3) The San Antonio River case study was presented by Suzanne Scott from the San Antonio River Authority. The San Antonio River starts in the Blue Hole spring, runs through the seventh largest city in North America, San Antonio and then runs into the Gulf of Mexico. The section of the river within San Antonio supports the popular River Walk, where restaurants, cafes, walking and bike trails line the river, generating $3.1 M dollars annually. Different restoration activities have been initiated along different river reaches. The River Walk length was recently doubled in the Museum Reach. Aquatic habitat has been added, riffles and pools reinstated and riparian vegetation planted in the Mission Reach downstream of San Antonio. The San Antonio River Authority was started in 1937 and has an elected board with access to property taxes for river restoration projects. The river supplies drinking water for San Antonio, and it is a challenge to maintain environmental flows Downstream, particularly in extended droughts.

4) The Rhine River case study was presented by Ann Schulte Wulwer-Leidig from the International Commission for the Protection of the Rhine River. The Rhine River has its origins high in the Alps, flows Into Lake Constance, Switzerland, and on north through Germany and reaches the North Sea in Rotterdam, Netherlands. The river is 2130 km long and eight different countries are involved in the International Commission for the Protection of the Rhine. Ann told us about the 1986 Sandoz accident where a fire in a Switzerland warehouse led to the release of 10-30 tons of toxic pesticides which led to a 400 km massive fish kill. This led to public demonstrations and served as a catalyst for the clean up campaign. And then in 1993 and 1995, the Rhine flooded and 200,000 people were evacuated in 1995. This led to a flood control strategy to be developed. The result of the collective actions in the Rhine has led to reestablishment of fish species like the salmon, Improved water quality, and new flood plain management approaches.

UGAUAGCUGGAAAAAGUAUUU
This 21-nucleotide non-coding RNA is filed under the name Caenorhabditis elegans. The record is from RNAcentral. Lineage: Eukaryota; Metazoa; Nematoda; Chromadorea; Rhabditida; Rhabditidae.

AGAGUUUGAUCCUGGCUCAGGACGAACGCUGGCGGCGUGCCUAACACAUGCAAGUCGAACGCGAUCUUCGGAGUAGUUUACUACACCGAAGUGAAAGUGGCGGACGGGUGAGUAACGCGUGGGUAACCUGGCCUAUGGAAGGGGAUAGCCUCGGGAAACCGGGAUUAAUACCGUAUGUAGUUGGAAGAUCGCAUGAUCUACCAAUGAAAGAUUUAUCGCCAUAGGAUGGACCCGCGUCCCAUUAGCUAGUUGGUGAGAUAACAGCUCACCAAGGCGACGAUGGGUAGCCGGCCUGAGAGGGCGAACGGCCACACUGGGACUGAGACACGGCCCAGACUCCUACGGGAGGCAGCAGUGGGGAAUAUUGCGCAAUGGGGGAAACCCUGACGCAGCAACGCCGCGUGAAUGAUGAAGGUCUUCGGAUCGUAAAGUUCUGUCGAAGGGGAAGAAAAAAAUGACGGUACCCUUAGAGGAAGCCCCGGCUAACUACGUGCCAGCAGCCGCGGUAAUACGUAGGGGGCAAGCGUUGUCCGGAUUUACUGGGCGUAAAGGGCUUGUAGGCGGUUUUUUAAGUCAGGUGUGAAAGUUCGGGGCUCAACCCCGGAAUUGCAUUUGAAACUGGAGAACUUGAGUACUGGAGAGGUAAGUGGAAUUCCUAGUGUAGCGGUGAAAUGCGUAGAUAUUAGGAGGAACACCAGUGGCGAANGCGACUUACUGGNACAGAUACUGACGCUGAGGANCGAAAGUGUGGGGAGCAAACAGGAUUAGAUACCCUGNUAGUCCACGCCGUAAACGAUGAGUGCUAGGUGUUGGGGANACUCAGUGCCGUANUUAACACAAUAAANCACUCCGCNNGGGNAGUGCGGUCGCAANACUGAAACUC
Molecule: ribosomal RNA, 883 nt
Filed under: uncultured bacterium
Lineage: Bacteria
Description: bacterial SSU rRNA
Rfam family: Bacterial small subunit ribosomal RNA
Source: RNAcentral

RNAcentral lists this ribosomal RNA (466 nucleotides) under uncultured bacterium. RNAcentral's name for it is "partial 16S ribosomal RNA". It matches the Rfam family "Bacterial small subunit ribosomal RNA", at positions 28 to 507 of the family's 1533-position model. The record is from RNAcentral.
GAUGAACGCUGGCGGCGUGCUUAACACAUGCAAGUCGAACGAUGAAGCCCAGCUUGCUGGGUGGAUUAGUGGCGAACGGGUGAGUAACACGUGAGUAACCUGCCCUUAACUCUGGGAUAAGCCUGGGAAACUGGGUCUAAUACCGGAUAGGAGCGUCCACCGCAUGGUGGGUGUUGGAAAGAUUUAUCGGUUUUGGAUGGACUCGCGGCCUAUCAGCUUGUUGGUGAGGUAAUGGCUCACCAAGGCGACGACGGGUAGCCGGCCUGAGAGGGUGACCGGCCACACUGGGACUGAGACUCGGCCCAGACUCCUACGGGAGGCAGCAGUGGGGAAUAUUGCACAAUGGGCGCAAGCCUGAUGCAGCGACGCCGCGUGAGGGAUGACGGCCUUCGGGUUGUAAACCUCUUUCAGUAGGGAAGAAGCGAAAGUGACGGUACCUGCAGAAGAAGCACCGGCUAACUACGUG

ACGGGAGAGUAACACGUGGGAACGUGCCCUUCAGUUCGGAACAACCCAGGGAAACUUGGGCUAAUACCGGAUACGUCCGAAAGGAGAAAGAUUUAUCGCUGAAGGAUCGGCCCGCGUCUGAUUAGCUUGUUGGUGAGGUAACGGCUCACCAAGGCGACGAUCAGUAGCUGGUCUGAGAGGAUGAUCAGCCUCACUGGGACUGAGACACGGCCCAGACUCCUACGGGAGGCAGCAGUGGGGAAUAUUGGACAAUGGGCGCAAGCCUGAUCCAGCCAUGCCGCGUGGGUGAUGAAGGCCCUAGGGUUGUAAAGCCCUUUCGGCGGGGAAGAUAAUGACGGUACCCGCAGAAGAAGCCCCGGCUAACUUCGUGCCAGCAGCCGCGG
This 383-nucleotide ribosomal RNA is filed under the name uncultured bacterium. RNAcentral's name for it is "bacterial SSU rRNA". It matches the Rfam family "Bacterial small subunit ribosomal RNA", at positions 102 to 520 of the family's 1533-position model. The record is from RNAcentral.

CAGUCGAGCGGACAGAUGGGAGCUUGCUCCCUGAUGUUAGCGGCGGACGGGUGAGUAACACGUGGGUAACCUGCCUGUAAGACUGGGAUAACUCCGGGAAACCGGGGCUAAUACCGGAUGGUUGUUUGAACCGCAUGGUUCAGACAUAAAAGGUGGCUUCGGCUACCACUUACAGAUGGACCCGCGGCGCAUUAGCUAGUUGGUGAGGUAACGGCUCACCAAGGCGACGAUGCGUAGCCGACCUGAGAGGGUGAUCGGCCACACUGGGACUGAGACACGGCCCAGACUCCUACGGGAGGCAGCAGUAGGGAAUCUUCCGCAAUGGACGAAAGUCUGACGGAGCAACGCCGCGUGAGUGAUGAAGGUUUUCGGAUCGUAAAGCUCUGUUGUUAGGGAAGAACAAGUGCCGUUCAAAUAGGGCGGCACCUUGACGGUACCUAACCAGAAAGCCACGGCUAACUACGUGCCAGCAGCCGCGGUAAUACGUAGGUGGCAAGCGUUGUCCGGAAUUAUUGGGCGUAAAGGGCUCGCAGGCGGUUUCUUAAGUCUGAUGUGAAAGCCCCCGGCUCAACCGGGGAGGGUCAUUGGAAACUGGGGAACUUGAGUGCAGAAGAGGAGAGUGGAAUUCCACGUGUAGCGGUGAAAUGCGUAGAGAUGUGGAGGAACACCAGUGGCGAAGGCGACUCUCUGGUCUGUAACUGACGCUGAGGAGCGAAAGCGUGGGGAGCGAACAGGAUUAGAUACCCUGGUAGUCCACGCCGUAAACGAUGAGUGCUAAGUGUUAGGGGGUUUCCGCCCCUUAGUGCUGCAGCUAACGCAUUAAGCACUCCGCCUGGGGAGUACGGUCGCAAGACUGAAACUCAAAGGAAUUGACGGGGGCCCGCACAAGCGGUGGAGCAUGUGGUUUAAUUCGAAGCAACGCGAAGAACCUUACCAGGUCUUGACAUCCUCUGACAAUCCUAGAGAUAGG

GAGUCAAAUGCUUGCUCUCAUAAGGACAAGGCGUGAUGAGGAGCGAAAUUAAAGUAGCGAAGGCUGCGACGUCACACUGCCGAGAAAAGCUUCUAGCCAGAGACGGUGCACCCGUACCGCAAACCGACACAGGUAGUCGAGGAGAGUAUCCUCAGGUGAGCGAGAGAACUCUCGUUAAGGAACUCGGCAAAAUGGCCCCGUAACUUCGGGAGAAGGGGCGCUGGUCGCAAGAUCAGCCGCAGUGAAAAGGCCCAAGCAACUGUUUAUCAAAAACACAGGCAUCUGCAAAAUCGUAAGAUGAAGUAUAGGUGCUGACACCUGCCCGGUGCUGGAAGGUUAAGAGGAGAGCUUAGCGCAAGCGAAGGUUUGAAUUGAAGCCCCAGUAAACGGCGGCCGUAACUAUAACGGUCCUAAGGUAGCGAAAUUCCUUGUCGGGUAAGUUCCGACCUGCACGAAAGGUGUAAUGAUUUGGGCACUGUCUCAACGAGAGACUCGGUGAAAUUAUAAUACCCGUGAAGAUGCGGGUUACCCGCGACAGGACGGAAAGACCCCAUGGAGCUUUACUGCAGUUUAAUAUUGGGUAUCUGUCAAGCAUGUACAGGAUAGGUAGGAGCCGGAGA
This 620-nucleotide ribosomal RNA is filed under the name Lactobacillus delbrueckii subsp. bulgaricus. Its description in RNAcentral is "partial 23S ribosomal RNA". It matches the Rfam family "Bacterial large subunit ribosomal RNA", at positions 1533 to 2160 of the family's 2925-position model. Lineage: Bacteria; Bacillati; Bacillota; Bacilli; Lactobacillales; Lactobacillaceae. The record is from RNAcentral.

Suzanne Scott from the San Antonio River Authority

Ann Schulte Wulwer-Leidig from the International Commission for the Protection of the Rhine River

 

 

 

 

 

 

 

 

Stuart Bunn, the chair of this session, summarized by saying that these case studies demonstrated innovative ways of addressing challenges, they were all serious long-term efforts, and they had demonstrable impacts of restoration efforts.

I asked the four speakers the question "What are the key elements for initiating programs elsewhere?" The Glenelg River answer was to engage with the community, start somewhere, form partnerships, and leverage funds. The San Antonio answer was to focus on stakeholder needs, gather community leaders (not political leaders) for continuity and develop a funding strategy. The Petitcodiac River answer was to create and articulate a new shared vision, recognize the long time scales needed to effect change, and allow the program to build a life of its own. The Rhine River answer was to build political will and capitalize on events like the chemical spill.

This session drove home the point that each of these divergent case studies solved major challenges, were inspirational in their ability to engage a broad segment of society and they all could point to real improvements in river health. It is a shame that only one of the finalists could receive the Thiess International Riverprize, since they were all winners in what they accomplished.

 

About the author

Bill Dennison

Dr. Bill Dennison is a Professor of Marine Science and Vice President for Science Application at the University of Maryland Center for Environmental Science (UMCES). Dr. Dennison’s primary mission within UMCES is to coordinate the Integration and Application Network.